Through .emacs, you have an almost unlimited power to make emacs do what you want. You can change the colors or the keybindings, but you can also make much deeper changes. And you can make it depend on the phase of the moon, if you want.
The flip side of all this power is that editing your .emacs is a bit harder than clicking through some 'Preferences'-dialog; this is a price that the typical emacs user gladly pays, but it does make learning emacs a bit harder. I should mention that actually, there is a way to configure emacs by clicking through some dialogs; go to Options/Customize Emacs. I find the system a bit clunky, and I don't use it; but you can give it a try. Any customizations you do that way will be written to the end of your .emacs-file.
Let's look at writing a simple .emacs by hand. It could look something like this:
;; a simple .emacs ;; don't show startup messages (setq inhibit-startup-message t) (setq inhibit-startup-echo-area-message t) (column-number-mode t) ; show column numbersThis sets two variables (with 'setq') to true (t), and activates 'column-number-mode' (also, see modes), which gives you the column number in the mode-line (the information bar in the bottom of your emacs window). Everything on a line after a ';'-character is considered a comment.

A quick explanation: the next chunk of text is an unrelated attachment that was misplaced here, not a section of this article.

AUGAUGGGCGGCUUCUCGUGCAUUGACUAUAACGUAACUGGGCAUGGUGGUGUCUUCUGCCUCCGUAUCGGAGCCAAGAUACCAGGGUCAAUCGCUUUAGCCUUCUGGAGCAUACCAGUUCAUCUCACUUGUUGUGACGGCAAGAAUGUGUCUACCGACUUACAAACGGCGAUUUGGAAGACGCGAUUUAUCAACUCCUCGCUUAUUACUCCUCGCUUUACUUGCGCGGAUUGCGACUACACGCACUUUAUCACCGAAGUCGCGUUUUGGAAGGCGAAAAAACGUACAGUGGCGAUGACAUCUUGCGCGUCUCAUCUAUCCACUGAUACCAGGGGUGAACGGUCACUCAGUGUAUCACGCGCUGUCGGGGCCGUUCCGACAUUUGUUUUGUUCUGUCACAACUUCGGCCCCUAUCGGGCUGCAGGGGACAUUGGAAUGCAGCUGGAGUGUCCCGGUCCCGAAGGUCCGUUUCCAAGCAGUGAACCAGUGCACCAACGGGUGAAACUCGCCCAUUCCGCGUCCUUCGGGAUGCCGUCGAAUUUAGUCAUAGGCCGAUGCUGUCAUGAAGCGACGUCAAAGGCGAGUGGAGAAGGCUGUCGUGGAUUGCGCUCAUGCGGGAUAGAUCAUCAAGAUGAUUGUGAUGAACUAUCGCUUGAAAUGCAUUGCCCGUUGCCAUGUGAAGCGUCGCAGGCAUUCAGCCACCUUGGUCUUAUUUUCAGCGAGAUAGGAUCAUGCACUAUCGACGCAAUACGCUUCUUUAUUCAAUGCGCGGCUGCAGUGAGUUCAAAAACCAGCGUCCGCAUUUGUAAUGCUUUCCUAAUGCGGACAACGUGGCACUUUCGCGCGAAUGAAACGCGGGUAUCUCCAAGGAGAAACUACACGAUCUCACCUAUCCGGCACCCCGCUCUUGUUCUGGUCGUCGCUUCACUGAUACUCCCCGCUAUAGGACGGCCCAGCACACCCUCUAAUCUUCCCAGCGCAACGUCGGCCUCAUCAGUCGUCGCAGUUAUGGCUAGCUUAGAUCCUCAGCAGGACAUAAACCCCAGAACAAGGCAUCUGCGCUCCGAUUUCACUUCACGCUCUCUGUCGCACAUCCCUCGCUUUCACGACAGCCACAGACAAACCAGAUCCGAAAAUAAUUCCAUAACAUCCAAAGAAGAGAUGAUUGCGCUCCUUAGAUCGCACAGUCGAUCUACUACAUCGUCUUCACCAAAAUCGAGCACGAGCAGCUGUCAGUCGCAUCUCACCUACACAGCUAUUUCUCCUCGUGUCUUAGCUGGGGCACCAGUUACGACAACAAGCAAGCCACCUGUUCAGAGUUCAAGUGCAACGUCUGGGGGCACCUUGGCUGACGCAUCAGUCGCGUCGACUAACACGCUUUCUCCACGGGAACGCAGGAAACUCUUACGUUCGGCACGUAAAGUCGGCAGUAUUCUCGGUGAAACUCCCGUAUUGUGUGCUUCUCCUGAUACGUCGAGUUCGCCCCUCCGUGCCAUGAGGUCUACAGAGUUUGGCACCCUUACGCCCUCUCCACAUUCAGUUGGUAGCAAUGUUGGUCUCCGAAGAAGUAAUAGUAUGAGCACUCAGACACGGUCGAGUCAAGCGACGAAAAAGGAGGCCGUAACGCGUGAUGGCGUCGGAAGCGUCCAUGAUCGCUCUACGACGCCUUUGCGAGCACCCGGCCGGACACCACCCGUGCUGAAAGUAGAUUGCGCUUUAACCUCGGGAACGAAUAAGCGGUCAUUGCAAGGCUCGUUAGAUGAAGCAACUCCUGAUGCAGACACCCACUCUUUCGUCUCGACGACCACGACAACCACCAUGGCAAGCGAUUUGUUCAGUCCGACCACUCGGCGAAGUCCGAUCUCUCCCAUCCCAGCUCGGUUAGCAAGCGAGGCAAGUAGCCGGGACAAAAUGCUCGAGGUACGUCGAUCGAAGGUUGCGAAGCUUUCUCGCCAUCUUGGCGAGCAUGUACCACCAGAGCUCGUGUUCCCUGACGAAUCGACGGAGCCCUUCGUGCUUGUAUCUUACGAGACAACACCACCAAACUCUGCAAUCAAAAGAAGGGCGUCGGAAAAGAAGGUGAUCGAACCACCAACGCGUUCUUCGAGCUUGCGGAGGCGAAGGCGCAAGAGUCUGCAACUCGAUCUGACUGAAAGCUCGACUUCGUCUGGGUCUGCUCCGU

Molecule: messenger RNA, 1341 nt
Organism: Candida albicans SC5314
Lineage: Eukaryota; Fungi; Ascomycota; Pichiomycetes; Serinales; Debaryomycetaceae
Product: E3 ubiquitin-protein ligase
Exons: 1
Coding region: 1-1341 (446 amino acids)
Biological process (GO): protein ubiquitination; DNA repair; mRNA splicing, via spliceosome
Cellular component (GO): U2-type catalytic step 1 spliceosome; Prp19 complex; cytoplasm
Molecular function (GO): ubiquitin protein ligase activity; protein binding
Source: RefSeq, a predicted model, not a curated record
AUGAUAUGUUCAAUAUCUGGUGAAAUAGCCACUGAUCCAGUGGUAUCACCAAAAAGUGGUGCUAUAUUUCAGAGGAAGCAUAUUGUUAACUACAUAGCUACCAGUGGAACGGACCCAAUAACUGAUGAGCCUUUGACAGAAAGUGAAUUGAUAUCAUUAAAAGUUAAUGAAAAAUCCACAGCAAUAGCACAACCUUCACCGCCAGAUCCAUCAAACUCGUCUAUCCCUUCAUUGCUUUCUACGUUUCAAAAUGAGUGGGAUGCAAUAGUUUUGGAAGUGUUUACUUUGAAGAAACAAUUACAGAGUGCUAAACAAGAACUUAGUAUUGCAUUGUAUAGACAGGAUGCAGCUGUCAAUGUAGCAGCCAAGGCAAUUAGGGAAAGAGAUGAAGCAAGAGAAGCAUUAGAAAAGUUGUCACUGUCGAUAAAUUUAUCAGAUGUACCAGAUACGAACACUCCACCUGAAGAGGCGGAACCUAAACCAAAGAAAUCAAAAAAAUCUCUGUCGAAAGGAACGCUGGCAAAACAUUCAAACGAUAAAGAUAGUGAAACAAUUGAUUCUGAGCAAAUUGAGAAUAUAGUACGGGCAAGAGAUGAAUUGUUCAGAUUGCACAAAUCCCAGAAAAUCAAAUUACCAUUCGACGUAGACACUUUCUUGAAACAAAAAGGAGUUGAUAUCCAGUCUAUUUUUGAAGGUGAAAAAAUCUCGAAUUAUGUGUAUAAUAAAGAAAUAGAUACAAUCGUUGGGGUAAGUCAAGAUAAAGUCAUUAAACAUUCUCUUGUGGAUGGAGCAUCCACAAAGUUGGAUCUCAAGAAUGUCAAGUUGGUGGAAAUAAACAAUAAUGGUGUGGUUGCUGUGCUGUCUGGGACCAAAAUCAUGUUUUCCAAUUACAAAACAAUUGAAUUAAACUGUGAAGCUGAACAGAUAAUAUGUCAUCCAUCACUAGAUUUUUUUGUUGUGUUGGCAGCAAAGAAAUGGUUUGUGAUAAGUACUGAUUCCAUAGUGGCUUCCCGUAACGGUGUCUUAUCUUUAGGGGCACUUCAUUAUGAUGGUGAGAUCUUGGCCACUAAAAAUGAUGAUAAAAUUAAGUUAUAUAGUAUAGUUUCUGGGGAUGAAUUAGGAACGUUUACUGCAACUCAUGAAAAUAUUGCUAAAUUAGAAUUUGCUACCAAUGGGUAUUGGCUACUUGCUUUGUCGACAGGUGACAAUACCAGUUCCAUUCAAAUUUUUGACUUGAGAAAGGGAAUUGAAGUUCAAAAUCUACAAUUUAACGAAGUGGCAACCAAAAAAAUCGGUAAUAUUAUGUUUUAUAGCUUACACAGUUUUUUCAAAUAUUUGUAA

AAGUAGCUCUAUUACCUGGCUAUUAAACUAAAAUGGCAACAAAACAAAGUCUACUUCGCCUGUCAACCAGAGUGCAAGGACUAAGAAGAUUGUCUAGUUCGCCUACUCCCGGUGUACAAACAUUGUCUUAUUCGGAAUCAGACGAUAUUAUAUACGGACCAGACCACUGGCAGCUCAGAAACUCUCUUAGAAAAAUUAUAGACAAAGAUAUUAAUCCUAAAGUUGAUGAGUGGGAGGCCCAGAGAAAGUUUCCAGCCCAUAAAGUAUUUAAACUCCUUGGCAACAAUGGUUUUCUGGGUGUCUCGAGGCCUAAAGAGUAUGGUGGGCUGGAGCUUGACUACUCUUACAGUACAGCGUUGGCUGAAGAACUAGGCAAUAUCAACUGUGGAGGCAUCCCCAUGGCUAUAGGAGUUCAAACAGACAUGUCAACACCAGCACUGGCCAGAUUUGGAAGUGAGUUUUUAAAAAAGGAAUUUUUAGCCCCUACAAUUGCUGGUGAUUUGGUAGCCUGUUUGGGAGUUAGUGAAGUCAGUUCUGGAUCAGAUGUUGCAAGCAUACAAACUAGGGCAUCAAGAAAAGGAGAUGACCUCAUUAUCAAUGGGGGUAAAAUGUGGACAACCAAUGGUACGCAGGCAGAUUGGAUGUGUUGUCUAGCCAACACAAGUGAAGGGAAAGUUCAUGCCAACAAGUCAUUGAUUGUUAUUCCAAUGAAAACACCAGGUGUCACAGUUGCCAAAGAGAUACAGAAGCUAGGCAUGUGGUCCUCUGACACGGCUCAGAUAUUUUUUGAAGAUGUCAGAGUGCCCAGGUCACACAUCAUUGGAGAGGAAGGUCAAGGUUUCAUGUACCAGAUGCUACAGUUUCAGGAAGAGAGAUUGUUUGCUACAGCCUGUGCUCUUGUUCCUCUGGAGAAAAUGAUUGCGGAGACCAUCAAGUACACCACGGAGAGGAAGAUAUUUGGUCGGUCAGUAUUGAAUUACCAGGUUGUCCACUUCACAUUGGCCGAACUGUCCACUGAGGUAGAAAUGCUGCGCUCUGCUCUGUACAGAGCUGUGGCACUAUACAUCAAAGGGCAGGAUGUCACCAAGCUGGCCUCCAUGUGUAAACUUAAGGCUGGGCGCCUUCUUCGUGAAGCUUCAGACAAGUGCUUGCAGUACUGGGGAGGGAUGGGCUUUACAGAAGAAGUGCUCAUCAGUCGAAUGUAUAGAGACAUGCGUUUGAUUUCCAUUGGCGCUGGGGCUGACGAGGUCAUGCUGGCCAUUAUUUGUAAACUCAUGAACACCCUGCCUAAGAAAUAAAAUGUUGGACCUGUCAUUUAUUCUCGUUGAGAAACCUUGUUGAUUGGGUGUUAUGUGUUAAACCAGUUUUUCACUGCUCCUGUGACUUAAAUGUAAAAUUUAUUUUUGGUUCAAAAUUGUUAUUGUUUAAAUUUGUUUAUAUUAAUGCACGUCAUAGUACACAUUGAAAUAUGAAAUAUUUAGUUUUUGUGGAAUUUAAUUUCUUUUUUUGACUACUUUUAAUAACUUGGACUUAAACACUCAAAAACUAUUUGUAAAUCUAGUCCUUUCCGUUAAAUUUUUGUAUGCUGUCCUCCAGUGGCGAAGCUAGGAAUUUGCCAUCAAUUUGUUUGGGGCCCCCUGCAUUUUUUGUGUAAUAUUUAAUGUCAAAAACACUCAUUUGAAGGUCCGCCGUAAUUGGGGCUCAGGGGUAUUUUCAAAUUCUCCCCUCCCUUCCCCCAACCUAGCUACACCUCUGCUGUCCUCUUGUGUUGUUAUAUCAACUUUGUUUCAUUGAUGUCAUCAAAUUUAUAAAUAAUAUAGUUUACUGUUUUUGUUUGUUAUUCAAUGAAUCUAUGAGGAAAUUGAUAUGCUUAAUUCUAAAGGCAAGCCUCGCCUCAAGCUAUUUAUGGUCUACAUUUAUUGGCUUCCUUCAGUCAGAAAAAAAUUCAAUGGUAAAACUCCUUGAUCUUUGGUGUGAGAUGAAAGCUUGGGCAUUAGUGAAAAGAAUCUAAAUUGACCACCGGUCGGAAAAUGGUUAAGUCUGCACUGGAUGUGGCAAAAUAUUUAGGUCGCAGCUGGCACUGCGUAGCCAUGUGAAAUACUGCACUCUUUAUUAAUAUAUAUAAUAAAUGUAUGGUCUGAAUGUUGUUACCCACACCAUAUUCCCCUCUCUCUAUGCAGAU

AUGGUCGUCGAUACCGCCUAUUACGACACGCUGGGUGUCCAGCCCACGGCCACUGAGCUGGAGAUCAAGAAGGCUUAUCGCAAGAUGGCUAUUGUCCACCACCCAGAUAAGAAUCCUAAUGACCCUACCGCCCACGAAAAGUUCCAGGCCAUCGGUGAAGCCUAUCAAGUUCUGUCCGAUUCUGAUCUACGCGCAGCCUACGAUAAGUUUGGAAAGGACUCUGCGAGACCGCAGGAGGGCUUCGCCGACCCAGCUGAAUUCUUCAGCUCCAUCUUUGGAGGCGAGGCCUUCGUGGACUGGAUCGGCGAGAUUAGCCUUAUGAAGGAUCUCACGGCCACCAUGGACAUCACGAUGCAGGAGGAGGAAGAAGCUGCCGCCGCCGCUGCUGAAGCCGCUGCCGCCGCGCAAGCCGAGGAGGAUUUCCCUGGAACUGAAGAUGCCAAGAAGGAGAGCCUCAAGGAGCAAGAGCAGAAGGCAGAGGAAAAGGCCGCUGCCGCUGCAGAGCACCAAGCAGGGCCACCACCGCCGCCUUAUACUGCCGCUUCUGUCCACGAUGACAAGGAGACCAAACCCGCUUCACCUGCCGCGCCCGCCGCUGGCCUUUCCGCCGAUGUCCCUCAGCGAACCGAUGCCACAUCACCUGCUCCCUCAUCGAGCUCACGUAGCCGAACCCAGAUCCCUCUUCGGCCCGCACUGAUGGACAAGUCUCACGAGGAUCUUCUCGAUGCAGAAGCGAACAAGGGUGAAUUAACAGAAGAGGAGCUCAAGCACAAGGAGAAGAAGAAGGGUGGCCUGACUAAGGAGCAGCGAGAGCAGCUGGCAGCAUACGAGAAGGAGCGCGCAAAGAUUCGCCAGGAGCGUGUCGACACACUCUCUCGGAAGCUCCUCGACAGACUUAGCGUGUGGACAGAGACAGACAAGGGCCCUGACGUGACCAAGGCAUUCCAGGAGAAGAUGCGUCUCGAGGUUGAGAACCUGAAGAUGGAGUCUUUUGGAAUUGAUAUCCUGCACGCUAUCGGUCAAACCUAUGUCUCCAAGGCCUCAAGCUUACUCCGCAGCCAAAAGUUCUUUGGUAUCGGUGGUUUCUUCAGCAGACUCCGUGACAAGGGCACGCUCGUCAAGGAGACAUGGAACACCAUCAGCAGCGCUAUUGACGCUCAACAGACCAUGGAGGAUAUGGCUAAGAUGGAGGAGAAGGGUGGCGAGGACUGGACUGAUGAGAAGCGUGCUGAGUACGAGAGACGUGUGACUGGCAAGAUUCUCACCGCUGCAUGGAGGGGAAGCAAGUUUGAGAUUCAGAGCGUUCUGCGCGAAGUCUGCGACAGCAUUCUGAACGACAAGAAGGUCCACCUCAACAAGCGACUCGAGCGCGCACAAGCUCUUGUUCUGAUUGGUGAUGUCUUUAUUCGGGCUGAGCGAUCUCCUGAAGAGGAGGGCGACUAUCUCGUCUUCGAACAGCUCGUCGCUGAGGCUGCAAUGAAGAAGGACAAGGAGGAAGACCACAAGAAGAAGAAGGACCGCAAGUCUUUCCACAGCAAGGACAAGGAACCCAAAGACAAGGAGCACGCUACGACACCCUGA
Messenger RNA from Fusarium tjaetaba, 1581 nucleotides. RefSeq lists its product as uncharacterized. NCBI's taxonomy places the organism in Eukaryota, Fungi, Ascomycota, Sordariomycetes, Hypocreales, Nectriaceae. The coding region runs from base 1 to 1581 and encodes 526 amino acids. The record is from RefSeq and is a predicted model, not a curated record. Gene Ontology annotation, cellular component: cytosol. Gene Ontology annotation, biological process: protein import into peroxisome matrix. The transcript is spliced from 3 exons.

NOTE: you are not required to have a .emacs-file at all; if you don't have one, emacs will start with its defaults. In fact, it's a good idea to start with an empty .emacs, and add things as you go -- if you don't like some default, or want to things in a different way.
If you made some error in your .emacs, emacs might complain. To find the exact problem, it can be useful to start emacs as:
$ emacs --debug-initAlso, it might be useful to start without evaluating your .emacs:
$ emacs -qYou could also try an alternative .emacs to test things out:
$ emacs -q -l dot-emacs-2(in this last example you would have an alternative .emacs in a file called dot-emacs-2).
Many of the tricks and tips discussed here in emacs-fu are about adding lisp-expressions to your .emacs-file, which will then influence the behaviour of emacs in some way - maybe some external package is loaded, some keybinding is set up, some color is changed, and so on. You can find many .emacs-files used by other people on-line (mine is here). However, as I've written elsewhere, I do not recommend you to copy large parts of people's .emacs without understanding what it does. It easily leads to a strange-behaving emacs, with no idea how to fix it.